kind of church or bell tower. The image had a name: “Ardoye in Flanders.” Brooks clicked to the next page for him. Another image, this one a painting of a
crumbling cathedral called “Ruins of a Cloister in Messines.” There were many others
and Thomson looked over each of them before asking:

“What are these?”

Brooks placed Donald’s
drawings back in Thomson’s lap. “Now look at the kid’s pictures. They’re nearly
identical.”

Thomson compared them,
flipping back and forth between the images on the phone and the pictures laid
out before him. Donald’s images were very rough and drawn with a child’s
crayon, but the similarities were uncanny.

“You gonna tell me what
I’m looking at?” Thomson finally asked once he felt he’d seen enough.

“Paintings...” Brooks
replied, the ashen color of his face even more pronounced now. “Paintings done
by Adolf Hitler when he was young. He’d tried to become a painter. I’m not sure
if you knew that. Not many people do. He’d tried to become a painter and when
the Academy of Fine Arts Vienna rejected him for the second time, well, the
rest is history.”

 Donald had given up on
the cannon and was touching up the picture Thomson thought looked an awful lot
like Auschwitz.

Thomson stood up and
loosened his collar. “I think you better call Shrodder.”

-7-

H
anz Shrodder laid his
briefcase down on the table and combed back a mess of graying hair that had the
consistency of steel wool. Shrodder opened the briefcase and what Thomson saw
inside almost made him giggle. A bag of potato chips and a dustpan.

“What is it we are
dealing with here?” Shrodder asked.

“If it’s all right Dr.
Shrodder, I’d prefer not to say,” Thomson replied.

Shrodder’s left eyebrow
went up in an almost perfect upside down V.

“We have our
suspicions,” Brooks cut in. “We just don’t wanna prejudice your findings.”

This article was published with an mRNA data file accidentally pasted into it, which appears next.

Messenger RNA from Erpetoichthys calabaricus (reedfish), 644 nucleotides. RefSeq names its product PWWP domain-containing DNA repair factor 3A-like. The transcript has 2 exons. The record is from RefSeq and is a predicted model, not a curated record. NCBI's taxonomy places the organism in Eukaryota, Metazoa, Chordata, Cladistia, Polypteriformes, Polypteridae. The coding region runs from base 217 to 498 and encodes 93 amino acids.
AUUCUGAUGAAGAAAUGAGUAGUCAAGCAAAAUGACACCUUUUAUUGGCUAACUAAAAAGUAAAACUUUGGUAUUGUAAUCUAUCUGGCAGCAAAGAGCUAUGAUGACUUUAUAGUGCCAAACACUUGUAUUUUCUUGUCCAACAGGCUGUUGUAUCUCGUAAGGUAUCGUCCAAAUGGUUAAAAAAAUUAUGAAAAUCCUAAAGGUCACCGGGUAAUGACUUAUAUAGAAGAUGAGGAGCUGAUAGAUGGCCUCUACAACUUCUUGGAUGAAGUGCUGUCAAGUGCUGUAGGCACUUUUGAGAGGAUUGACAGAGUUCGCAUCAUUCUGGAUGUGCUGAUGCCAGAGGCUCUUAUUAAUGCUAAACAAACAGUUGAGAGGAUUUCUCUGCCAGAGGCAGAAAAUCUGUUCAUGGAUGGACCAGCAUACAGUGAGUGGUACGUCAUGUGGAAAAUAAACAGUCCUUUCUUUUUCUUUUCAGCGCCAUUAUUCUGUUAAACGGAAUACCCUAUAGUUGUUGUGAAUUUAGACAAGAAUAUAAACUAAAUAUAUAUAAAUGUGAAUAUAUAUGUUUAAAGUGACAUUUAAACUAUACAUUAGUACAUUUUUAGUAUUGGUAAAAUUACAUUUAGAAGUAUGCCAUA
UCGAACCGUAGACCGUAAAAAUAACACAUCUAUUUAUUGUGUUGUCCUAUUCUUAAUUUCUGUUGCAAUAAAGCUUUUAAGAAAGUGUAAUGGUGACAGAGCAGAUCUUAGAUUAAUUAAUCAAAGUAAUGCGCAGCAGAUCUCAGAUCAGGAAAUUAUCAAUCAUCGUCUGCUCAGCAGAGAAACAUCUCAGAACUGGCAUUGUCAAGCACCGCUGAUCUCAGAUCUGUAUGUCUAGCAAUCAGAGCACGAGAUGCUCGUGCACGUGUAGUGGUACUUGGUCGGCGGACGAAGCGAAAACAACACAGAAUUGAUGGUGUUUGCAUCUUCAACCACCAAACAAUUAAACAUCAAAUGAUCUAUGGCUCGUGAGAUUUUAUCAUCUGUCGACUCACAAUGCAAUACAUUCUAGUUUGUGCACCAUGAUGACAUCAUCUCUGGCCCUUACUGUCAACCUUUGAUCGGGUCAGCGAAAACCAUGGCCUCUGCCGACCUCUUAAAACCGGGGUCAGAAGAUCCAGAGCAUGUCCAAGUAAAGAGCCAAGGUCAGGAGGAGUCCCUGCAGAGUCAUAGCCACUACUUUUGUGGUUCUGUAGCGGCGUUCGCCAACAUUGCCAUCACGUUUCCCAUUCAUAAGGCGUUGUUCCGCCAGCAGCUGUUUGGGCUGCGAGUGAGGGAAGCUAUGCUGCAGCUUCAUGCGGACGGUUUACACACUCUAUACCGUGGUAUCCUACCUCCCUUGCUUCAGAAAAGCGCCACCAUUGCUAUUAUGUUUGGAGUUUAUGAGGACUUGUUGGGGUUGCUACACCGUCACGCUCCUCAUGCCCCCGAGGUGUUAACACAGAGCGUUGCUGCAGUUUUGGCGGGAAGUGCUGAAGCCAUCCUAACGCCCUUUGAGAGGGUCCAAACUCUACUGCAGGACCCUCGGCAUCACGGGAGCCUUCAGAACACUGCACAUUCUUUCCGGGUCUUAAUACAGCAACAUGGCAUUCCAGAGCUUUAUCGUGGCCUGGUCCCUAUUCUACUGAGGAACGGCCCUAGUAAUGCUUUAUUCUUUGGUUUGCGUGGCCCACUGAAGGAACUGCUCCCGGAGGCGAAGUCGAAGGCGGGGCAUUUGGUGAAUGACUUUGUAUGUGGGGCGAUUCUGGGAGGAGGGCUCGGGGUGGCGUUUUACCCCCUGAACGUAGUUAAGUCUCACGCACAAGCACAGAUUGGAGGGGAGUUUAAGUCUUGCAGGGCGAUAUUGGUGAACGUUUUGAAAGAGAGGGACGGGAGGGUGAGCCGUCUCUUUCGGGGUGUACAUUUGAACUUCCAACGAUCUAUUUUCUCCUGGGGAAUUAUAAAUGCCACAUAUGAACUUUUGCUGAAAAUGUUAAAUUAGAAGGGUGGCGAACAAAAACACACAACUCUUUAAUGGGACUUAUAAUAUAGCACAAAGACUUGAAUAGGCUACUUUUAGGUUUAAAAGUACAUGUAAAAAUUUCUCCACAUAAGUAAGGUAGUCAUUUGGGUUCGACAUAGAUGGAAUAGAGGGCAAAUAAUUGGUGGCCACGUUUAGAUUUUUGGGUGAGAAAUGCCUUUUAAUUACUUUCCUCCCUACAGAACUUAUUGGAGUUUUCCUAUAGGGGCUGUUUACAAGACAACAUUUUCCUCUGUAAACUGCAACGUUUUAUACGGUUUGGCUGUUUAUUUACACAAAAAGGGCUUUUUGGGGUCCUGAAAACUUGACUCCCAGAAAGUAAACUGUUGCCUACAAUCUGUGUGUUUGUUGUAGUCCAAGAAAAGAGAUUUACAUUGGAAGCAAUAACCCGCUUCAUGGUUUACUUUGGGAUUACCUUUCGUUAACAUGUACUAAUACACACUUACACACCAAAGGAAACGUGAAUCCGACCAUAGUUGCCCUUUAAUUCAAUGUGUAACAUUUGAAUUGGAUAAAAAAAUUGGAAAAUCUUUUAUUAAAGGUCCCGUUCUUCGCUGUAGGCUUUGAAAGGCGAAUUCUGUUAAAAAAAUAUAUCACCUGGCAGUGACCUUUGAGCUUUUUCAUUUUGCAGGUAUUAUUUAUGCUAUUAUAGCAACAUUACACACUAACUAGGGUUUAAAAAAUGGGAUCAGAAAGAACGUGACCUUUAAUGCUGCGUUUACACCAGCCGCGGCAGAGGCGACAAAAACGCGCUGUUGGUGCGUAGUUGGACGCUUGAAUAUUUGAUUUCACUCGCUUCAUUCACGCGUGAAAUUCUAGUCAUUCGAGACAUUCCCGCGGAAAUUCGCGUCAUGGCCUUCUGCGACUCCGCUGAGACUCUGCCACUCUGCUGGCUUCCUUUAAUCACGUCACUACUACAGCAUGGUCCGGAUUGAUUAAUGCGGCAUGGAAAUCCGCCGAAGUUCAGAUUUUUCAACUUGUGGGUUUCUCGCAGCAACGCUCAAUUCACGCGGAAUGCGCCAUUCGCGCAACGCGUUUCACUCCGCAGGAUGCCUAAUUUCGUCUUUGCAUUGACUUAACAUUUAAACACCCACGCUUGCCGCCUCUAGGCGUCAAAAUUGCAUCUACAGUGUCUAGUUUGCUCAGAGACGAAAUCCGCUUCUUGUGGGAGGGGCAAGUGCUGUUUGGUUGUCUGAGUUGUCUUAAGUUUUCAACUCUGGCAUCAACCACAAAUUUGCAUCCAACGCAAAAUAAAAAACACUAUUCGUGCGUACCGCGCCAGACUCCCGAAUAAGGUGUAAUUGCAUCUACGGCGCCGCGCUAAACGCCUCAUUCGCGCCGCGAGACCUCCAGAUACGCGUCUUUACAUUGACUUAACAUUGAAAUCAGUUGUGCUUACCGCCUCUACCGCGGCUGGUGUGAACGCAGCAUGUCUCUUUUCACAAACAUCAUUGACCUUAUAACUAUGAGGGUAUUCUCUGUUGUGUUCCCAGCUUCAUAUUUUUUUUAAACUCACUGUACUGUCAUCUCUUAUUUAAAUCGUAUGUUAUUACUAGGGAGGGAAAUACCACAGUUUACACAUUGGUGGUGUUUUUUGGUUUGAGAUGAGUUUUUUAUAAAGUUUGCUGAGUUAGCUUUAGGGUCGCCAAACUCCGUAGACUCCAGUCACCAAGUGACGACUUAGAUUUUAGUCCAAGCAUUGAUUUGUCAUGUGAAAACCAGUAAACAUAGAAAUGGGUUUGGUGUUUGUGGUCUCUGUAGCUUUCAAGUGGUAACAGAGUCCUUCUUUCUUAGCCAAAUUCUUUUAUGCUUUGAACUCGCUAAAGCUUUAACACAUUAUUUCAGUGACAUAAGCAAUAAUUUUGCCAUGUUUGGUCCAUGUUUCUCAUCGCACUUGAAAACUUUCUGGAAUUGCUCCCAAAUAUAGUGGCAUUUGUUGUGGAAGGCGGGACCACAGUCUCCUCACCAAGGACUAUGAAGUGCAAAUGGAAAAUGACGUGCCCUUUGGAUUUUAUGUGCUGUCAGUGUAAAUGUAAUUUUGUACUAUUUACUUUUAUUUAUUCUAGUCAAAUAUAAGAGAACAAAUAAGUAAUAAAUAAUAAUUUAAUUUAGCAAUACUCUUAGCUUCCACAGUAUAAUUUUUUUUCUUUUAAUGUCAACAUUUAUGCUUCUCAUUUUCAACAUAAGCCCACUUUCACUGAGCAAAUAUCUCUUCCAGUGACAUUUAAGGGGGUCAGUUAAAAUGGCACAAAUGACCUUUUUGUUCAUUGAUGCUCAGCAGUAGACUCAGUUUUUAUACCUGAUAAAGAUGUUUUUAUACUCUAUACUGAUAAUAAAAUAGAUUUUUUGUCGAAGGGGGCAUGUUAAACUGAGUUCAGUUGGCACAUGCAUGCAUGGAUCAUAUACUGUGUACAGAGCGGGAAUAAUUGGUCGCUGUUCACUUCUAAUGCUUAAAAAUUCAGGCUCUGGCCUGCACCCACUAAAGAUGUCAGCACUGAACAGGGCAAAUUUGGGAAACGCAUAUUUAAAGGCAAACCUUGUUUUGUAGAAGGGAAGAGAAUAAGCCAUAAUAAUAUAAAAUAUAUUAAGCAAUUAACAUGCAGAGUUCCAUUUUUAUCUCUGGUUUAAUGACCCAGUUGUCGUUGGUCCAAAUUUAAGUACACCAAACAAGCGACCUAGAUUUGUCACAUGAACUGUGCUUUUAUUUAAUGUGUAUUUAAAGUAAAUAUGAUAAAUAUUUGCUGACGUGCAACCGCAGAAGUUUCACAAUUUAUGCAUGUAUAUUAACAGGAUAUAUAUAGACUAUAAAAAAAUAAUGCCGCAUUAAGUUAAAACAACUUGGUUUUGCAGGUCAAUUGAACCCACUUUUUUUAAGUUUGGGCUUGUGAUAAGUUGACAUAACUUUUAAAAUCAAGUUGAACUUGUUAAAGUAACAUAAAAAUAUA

“I see,” Shrodder said
and laid a potato chip on his tongue like he was receiving communion. He must
have seen the look of worry on Thomson’s face, because a second later he said,
“The salt keeps me alert.”

Thomson nodded. “As
long as we get some results, I don’t care what you eat.”

Shrodder crunched
another chip and turned to Donald, who was still sitting at his kiddy table,
drawing.

“This is the subject, I
presume?”

Brooks nodded. “His
name is Donald. We’ve checked his vitals and they all appear to be normal.
Environmental conditions are also standard. We’d like you to put him under and
see if you can find out any details of a past life.”

 “Uh huh.” He turned to
Donald. “Hello, young man,” Shrodder said, eyeing the burn across the boy’s
face.

“Hello.”

“We’re going to put you
under hypnosis and bring you back in time, would you like that?”

“I guess so. Are you
sure I’ll be able to come back?”

Shrodder smiled.
“You’re a sweet boy. Of course you will. Come here and lay down on your bed.
That’s it. I want you to lie down and relax.”

Thomson and Brooks stood
by the equipment in the back of the bedroom, listening eagerly.

Shrodder dropped
another chip on his tongue and crunched it silently. “Now, lay back and take a
deep breath for me. In and out. Very good. I want you to imagine you’re walking
along a beach. Have you ever been to the beach Donald?”

“Just one time.”

“Did you enjoy it?”

Donald nodded.

“The beach is lovely
isn’t it? I want you to feel the warm sand between your toes, the sun on your
skin, see the waves lapping against the shore. This beach is a kind of time
machine. Every step you take will bring you further and further into the past.
I’ll be with you the entire time Donald, so there’s nothing to worry about. I
want you to keep walking until the scenery around you changes. On the count of
three I want you to tell me what you see. One... two... three...”

“Blackness.”

The sound of crunching
as Shrodder popped another chip in his mouth. “Where are you?”

“I don’t know.”

The boy sounded scared
and suddenly Thomson wasn’t so sure this was a good idea after all. Wasn’t sure
if he wanted to know what they might find beyond the blackness.

“It’s warm in here,”
Donald said. His body tensed. “I hear voices.”

“What kind of voices?
What are they saying?”

“A man and a woman.
They’re fighting. It’s my mother.” And the next part Donald said so matter of
factly that the hairs on Thomson’s arms stood on end.

“I’m in her tummy.”

“What are they fighting
about Donald?”

“Me. He doesn’t want
me. My father says I was a mistake and he’s angry. You stupid bitch! What are
we gonna do now? Get rid of it, I hope.” The change in Donald’s voice was
abrupt and it made Brooks take an involuntary step backwards. “They hadn’t
really ever fought before I came.”

“Move back Donald. Way back.
Before you were in your mother’s belly. What do you see?”

“A small grey room,”
the boy answered. “It’s so very cold. I have a jacket on and I’m still freezing.”

“Where are you?”

“In the Fuhrerbunker
you idiot, where else would I be?”

Shrodder paused. “And
your name?”

“Hitler. Adolf Hitler.”

A potato chip fell from